Irrigated agriculture plays a large role in increasing food production: Currently, irrigated agriculture produces 40% of all food while only occupying 20% of the cropland. Knowledge of the loss of water by actual evapotranspiration is a powerful tool in water resource management and provides a better understanding of the implications of climate change. It can also be used to track progress of SDG target 6.4 with indicators on water stress and water use efficiency.

The Department of Water and Sanitation in South Africa uses the ESA-funded OWASIS water auditing tool developed by Hydrologic and eLEAF to check farmers’ compliance with water allocation. Satellite information can also be used to optimize water management on-farm (increase irrigation performance) and off-farm (improved water distribution). In South Africa, 50% of the farmers that use FruitLook – a satellite based service with weekly satellite based updates from eLEAF on crop growth and water status  - save more than 10% water. The World Bank Group’s Agriculture Observatory uses a combination of ESA, NASA and other satellite platforms in combination with ground stations to provide real time weather data at high spatial resolution to stakeholders throughout the entire agricultural value chain.

Sustainable land management

About 40% of the world’s degraded land is in areas with a high incidence of poverty. Sustainable Land Management, which integrates land, water, biodiversity, and environmental management to sustainably meet rising food demand, is an area that satellite data can contribute to.  

Satellite Earth Observation provides data on land cover and vegetation dynamics that improve understanding of land degradation and deforestation and answer questions such as: What was the land cover prior to the introduction of commodities such as oil palm? The Global Forest Change map shows forest cover gain and loss for the entire world from 2000-2018. Recently, satellite observations have provided real time data on forest fires across the planet to help mitigate the impacts.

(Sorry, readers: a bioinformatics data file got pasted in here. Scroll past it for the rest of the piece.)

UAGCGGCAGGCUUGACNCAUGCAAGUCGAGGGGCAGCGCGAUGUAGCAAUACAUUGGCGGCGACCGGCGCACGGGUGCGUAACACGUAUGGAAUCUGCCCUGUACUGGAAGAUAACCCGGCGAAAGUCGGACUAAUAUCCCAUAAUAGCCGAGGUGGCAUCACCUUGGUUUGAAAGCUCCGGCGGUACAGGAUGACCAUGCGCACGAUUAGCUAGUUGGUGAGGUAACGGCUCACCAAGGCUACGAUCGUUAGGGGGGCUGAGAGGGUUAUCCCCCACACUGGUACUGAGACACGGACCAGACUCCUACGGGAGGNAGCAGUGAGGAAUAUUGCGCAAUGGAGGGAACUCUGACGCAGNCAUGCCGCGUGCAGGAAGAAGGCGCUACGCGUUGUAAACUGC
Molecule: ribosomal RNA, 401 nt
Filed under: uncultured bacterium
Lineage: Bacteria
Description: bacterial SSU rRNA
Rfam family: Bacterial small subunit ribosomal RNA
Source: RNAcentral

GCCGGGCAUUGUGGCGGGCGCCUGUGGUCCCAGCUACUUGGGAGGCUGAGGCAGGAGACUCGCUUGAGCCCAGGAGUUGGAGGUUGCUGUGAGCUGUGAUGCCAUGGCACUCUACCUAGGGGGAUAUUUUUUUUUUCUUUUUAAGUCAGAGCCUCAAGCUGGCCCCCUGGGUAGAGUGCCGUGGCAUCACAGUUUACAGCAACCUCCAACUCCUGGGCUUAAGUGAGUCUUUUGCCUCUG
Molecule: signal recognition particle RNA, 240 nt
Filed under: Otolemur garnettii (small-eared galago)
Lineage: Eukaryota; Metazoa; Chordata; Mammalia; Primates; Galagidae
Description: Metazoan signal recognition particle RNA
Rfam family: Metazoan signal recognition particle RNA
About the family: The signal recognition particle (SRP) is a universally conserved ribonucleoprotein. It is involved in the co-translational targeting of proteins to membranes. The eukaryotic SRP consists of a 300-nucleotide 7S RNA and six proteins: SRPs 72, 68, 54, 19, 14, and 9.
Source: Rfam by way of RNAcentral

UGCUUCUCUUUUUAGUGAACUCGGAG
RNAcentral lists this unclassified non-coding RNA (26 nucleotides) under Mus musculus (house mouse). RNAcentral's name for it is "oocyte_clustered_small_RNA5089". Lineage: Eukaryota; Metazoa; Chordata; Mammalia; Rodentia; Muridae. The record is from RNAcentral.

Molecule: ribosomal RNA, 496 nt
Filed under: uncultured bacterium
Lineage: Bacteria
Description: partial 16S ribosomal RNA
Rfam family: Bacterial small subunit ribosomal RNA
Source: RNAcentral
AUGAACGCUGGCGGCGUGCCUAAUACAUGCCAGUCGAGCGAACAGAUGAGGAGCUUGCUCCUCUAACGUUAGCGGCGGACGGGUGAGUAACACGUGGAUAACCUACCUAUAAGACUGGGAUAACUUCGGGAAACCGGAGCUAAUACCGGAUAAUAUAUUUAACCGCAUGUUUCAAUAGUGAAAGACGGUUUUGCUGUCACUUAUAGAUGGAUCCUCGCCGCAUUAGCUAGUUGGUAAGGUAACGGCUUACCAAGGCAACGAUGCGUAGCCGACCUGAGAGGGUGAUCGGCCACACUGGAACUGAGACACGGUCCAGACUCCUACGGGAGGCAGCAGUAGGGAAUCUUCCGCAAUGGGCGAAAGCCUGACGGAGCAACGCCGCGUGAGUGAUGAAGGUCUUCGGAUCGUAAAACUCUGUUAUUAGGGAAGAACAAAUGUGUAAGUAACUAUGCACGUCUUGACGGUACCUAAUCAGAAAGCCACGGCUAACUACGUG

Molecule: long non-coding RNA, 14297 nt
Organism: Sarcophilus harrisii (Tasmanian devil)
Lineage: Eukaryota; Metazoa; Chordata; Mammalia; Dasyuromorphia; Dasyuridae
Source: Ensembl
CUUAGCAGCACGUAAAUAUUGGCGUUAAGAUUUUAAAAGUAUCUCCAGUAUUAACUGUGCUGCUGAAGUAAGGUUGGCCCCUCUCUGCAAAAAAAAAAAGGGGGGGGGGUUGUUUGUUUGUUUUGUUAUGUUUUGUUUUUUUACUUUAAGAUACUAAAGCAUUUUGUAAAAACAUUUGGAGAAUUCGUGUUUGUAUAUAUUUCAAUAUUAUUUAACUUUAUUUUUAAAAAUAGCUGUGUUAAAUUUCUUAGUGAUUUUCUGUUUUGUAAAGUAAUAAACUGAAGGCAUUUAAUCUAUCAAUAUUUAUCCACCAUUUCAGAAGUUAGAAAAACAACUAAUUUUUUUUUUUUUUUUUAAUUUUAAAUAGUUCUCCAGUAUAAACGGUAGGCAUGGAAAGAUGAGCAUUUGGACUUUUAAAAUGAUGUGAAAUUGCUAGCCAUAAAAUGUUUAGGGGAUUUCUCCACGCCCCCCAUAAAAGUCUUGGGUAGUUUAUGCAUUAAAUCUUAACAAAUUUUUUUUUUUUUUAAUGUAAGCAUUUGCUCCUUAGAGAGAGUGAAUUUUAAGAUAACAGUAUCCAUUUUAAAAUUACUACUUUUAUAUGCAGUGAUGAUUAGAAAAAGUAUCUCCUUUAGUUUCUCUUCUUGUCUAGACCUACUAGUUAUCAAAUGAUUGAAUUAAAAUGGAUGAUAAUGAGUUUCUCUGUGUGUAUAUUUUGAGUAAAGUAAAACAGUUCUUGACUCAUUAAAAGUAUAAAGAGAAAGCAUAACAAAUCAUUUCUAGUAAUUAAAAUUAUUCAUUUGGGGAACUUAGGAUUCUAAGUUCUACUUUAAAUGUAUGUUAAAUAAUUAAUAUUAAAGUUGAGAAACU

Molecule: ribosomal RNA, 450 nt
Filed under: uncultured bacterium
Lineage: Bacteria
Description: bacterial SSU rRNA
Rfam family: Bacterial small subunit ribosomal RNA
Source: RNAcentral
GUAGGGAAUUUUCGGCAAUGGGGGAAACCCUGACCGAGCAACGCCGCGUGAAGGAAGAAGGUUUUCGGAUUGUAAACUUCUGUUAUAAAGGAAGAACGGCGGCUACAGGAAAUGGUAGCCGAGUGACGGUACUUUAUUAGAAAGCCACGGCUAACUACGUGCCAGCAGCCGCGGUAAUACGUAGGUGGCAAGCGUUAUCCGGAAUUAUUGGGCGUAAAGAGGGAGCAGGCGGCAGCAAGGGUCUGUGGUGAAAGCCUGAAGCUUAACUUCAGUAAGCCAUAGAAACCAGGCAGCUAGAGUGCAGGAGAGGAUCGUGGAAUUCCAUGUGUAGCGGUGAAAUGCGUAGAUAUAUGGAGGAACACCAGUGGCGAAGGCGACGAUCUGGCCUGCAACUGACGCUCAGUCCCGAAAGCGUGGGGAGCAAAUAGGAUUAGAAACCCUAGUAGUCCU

For agriculture and natural habitat assessment, GeoVille’s LandMonitoring.earth includes cultivated area and crop type maps. The monitoring of land cover change during project implementation is important to safeguard natural areas and also to identify potential competition for land and water resources.

The Resilience Atlas of Conservation International provides maps of vegetation cover and biomass production (trends), which are used to identify regreening and degrading areas and focus project activities. Biomass production or Net Primary Productivity is a satellite derived indicator of carbon sequestration in vegetation.

Satellite earth observation provides continuous, consistent, and scalable information on agricultural production as well as the land and water resources.  Improved knowledge on what is happening in and around agricultural areas can improve the effectiveness and efficiency of agricultural investments. We are hoping that greater partnership between the space and development communities will help unlock the potential of satellite-based environmental information for sustainable development.

Acknowledgment: This blog was written based on experiences in the dedicated activity cluster on Agriculture and Rural Development under the European Space Agency’s Earth Observation for Sustainable Development (EO4SD) Initiative.

We hope to crowd-in some of the world’s best minds to participate in a global conversation on food and technology through the “What’s cooking? Rethinking farm and food policy in the digital age” blog series. We invite people with diverse backgrounds and perspectives to join us and share their comments.

What's Cooking

Authors

Annemarie Klaasse

Remote sensing specialist

Erick Fernandes

Global Lead, Technology, Innovation, and Climate Smart Agriculture, World Bank

Join the Conversation